Some secondary pupils in Wales could return to schools to "check in" with teachers before the Easter break, the country's education minister has said.
Kirsty Williams said the return would allow years 7, 8 and 9 to meet their teachers, with a focus on "support for wellbeing" and to prepare for full return after Easter, but would not be a full return to face-to-face teaching.
The plan, subject to the Welsh Government's next three-week review, would be in addition to the return to school for older primary pupils and older learners taking exams, including years 11 and 13 from March 15.
Foundation phase children in Wales aged between three and seven have been back in classrooms since February 22.
On Wednesday, Ms Williams said: "Today, I am able to confirm our intentions to go even further, even earlier, and give schools the opportunity to welcome back learners in years 7, 8 and 9 before the Easter break.
"This would be to give learners the opportunity to check in with teachers, with a focus on support for wellbeing, and readiness for a full return to school after Easter.
"I want to make clear now that this will not be a full return to school for years 7, 8 and 9 before Easter.
"The focus before Easter will be on learners who are undertaking qualifications, especially those in Years 11 and 13, and those studying practical vocational qualifications."
Ms Williams said full guidance for schools will be published from 9am on Wednesday to help with planning
All learners are expected to return to face-to-face teaching in the second week of April following the Easter break, though secondary pupils are only expected to be in school on a part-time basis.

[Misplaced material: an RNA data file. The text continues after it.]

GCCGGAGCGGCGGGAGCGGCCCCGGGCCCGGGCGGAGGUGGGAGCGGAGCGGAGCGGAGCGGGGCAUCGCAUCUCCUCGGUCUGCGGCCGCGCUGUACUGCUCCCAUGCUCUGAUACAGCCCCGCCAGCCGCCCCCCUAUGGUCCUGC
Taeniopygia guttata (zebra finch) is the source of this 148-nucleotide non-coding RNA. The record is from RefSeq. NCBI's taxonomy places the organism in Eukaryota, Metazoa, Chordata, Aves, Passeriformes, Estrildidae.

A teachers union has hit back at the decision to bring forward the return to classrooms saying the Welsh Government has acted before "the hard data exist to support it."
NAHT Cymru Director Laura Doel said: "Ee are surprised by the proposed acceleration before the hard data exists to support it. We have not had a full return of foundation phase across Wales yet and what we don’t want is to see a is schools having to close again because we have brought in too many learners too quickly. The public will not forgive a third lock down."
Wales children commissioner has welcomed the wellbeing check-in for pupils.
Professor Sally Holland, Children’s Commissioner for Wales, said: “Young people spoke in their thousands through our survey about the strains of lockdown. I am pleased that many more pupils will have an opportunity to return for some face-to-face time at school before the Easter break and that young people’s calls to have more time with their teachers and peers have been heeded by the Welsh Government.
"I warmly welcome the emphasis on wellbeing and following today’s announcement secondary schools will be able to create tailor-made opportunities, fit for their pupils and wider school community.
“This would not have been possible without the huge sacrifices we’ve all made, most importantly those made by young people across Wales, to reduce transmission rates.”